Is the budget anti-poor and anti-middle class? Or is it well-balanced?
Ramafoko offered an argument to support her claim that the budget is pro-middle class and pro-rich. She analysed how the suggested new tax rebates, for example, would benefit only a few. By contrast, the material conditions of millions of black people living in poverty will not change considering the line items in this year’s budget.
Mkokeli disagreed by arguing that, while the budget is not pro-poor, it is also not pro-middle class. This dovetailed the main view teased out by Makunga, that the budget does not change socioeconomic problems. At best, it allocates monies in such a way that the basic business of the state ticks over. She did not think the budget was austere but conceded to Ramafoko’s contention that, regardless of the linguistic characterisation of the budget, the realities of poor people are not going to change any time soon.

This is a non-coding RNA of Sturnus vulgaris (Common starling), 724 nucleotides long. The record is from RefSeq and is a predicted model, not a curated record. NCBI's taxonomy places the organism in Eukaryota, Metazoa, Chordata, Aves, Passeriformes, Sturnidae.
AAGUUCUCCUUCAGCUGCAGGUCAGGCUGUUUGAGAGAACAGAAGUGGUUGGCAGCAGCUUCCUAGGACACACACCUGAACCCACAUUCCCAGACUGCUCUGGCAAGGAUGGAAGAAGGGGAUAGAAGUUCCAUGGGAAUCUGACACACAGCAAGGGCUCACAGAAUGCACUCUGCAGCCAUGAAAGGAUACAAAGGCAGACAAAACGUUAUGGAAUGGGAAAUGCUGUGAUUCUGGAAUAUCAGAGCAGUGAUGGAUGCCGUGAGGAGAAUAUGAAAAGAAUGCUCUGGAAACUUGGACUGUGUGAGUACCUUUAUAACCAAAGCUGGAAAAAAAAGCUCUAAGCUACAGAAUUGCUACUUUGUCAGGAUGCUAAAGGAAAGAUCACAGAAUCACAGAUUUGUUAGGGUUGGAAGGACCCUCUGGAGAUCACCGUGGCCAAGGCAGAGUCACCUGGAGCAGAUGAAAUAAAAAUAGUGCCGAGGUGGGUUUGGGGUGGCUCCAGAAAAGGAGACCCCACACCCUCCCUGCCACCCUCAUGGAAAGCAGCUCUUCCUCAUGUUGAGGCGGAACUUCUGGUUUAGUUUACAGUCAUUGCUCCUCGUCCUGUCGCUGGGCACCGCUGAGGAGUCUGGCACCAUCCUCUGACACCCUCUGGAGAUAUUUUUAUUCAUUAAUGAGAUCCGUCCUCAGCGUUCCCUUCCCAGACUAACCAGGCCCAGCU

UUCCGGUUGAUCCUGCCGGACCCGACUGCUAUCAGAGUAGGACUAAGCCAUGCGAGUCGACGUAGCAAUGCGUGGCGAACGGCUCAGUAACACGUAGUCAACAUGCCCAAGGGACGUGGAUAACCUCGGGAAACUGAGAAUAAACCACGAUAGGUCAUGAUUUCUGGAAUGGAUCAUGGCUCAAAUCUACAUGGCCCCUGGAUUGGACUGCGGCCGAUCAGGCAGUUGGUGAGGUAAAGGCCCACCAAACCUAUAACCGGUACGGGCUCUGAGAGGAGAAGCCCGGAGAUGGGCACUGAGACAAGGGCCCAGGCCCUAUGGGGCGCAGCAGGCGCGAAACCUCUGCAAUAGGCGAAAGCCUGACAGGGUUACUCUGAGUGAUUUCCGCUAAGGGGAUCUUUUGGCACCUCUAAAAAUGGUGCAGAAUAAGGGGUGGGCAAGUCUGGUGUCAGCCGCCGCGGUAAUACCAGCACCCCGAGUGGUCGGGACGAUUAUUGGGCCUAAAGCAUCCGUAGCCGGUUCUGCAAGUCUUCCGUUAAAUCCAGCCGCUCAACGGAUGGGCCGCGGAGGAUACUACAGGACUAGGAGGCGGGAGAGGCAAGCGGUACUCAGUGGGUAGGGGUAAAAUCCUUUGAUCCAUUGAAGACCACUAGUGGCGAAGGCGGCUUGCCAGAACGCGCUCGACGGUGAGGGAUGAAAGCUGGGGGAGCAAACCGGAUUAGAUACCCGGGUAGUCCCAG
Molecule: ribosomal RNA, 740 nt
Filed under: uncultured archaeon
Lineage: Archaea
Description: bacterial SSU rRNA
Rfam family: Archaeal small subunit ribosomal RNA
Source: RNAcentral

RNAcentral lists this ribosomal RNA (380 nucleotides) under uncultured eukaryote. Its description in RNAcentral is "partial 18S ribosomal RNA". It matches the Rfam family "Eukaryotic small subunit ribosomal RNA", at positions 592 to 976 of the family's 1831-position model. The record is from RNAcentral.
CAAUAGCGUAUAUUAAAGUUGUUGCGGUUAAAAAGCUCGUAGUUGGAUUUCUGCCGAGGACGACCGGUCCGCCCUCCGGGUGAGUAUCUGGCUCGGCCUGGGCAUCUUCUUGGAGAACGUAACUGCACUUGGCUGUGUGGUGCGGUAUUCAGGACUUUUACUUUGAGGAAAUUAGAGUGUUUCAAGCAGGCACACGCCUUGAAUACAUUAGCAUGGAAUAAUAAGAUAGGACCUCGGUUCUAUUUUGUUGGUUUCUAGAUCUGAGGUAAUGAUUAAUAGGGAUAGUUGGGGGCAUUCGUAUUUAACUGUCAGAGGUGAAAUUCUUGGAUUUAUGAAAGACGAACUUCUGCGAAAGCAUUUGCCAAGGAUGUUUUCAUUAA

There was overlapping consensus that politics and the technical capacity of the state are more important drivers of material change for all South Africans. Mkokeli observed that the finance minister’s budget speech piggybacked on political realities. Ramafoko, mindful of this reality, ended the discussion with an appeal to South Africans to co-operate across class divisions, in mutual recognition of the all-encompassing consequences of a dismal government.
Produced by Bulelani Nonyukela.